Gender Bias and the Varsity Theatre Societies
College is not just about getting a degree, but also working on your passions and hobbies at a more professional level. Collegiate extracurricular groups give a foundation for actors and dancers to grow and see what the professional world looks like. However, it is not all rosy; there is struggle and competition where people are continuously working hard to make their mark. What is more disturbing is how a person’s gender determines their exposure and opportunities.
The theatre circle in the colleges of Delhi is booming again; more and more people are trying out theatre at this level. Unfortunately, there is a disparity among those involved in theatre. Most of the companies are led by men, occupying the roles of directors and deciding on the casts for most of the productions.
Female actors have a different criterion for selection as compared to the male actors. Their looks for the role and their voice modulations are taken into consideration as compared to the muscle strength and the integrity of the male actors.
Yamini Sharma, a graduate from Lady Shri Ram college says, “One does not face a bias at a personal level. It is in the system as a whole and you can’t blame one single person for that. The theatre was initially for entertainment where the women were supposed to stay in the private sphere. Female actors were seen as transgressors and that mentality has penetrated through generations.”
Scripts are often tweaked and changed to suit the cast. The directors choose scripts and plots that are easier to work with. Plays with a strong male protagonist seem to do better with an audience as compared to a woman-centric play. The texts are skewed are to highlight the femininity and masculinity of the characters with which the actors are bound to work and in turn reinstating the ideal type.
Roles are changed because a male actor does more justice to a role that exudes power as compared to a female actor. Actresses often face criticisms when they alter their role for the betterment. On the other hand, male actors are encouraged to bring their character to life by changing its features.
Plays directed by women are not the opening plays for many theatre festivals. The lack of depth and brevity is the justification used.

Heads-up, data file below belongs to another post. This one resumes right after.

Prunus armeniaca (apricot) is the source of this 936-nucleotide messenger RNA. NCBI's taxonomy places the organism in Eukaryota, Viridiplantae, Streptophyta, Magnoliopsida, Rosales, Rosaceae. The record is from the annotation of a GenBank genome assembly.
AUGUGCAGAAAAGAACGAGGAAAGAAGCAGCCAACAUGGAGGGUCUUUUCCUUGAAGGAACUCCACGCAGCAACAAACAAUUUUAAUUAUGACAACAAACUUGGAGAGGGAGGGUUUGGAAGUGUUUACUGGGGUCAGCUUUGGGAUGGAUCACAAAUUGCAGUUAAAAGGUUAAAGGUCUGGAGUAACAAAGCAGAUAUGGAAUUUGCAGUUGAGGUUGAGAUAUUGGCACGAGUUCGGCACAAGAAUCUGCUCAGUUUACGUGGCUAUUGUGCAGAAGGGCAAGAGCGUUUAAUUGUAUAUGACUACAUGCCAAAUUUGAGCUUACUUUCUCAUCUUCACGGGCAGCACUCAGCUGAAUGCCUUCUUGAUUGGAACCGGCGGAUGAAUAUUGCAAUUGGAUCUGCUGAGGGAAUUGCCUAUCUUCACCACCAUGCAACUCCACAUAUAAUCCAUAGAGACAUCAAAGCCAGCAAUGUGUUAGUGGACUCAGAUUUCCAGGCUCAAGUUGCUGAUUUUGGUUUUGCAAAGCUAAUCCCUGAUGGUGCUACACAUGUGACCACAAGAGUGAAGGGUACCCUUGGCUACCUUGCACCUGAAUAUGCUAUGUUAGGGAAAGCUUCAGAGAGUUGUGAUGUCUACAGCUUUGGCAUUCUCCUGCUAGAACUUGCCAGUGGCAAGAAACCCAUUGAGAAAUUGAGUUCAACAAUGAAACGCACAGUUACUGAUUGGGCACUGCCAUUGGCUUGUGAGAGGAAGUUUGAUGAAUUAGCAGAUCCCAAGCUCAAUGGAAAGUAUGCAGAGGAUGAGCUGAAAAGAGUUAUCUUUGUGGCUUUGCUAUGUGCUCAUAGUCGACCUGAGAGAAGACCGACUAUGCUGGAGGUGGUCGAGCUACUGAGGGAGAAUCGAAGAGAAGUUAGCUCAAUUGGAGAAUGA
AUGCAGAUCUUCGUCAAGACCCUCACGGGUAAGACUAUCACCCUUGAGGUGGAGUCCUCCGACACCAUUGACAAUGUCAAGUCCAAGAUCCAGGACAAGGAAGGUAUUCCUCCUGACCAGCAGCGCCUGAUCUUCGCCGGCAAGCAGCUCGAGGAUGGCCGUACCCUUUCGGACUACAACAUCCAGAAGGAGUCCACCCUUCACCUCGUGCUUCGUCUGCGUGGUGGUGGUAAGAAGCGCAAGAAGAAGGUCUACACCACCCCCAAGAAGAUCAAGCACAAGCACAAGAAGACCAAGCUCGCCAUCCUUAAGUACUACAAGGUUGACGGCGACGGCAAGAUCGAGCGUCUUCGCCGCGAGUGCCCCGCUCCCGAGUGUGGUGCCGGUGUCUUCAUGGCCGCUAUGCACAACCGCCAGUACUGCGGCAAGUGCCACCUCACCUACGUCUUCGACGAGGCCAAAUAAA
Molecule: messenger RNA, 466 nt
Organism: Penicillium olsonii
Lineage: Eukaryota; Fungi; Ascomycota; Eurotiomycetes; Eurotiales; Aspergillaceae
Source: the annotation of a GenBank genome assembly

Plays by female directors are generalised as weak, loose, and unnecessarily emotional. During rehearsals, many female directors complain about not being taken seriously, with actors coming late and delayed production work.
According to Aparna Aggarwal, a theatre artist says, “female actors are taken in the lead only in female-centric plays and unfortunately these are original scripts by female directors.”
Apart from acting and directing, theatre has underlying stereotypes. Lights and props are often headed by men because they seem to have a better sense of stage dynamics. Set design and costumes are left to the women. Lights plan designed by women are questioned twice and each mistake comes with a more serious reprimand for a woman.
“It’s great to have female power in the theatre sphere, but that does not stop the discriminatory systems of it. We are aware and oblivious of them at the same time. We all want to change that, but no wants disruptions and chaos,” says Aashna Sethi, a first year student from St Stephen’s College, Delhi University.
Such features come out as contradictions in a time when most of the plays are women oriented, focussed at their empowerment. Yet many are unaware of this disparity. Those who are trying to fight this are unable to bring about much of a change because they get the power to influence only in their last year and it is a very short span of time to alter the pre-existing systems.
Pic Credit: DU Beat
Jagriti is an intern with SheThePeople.TV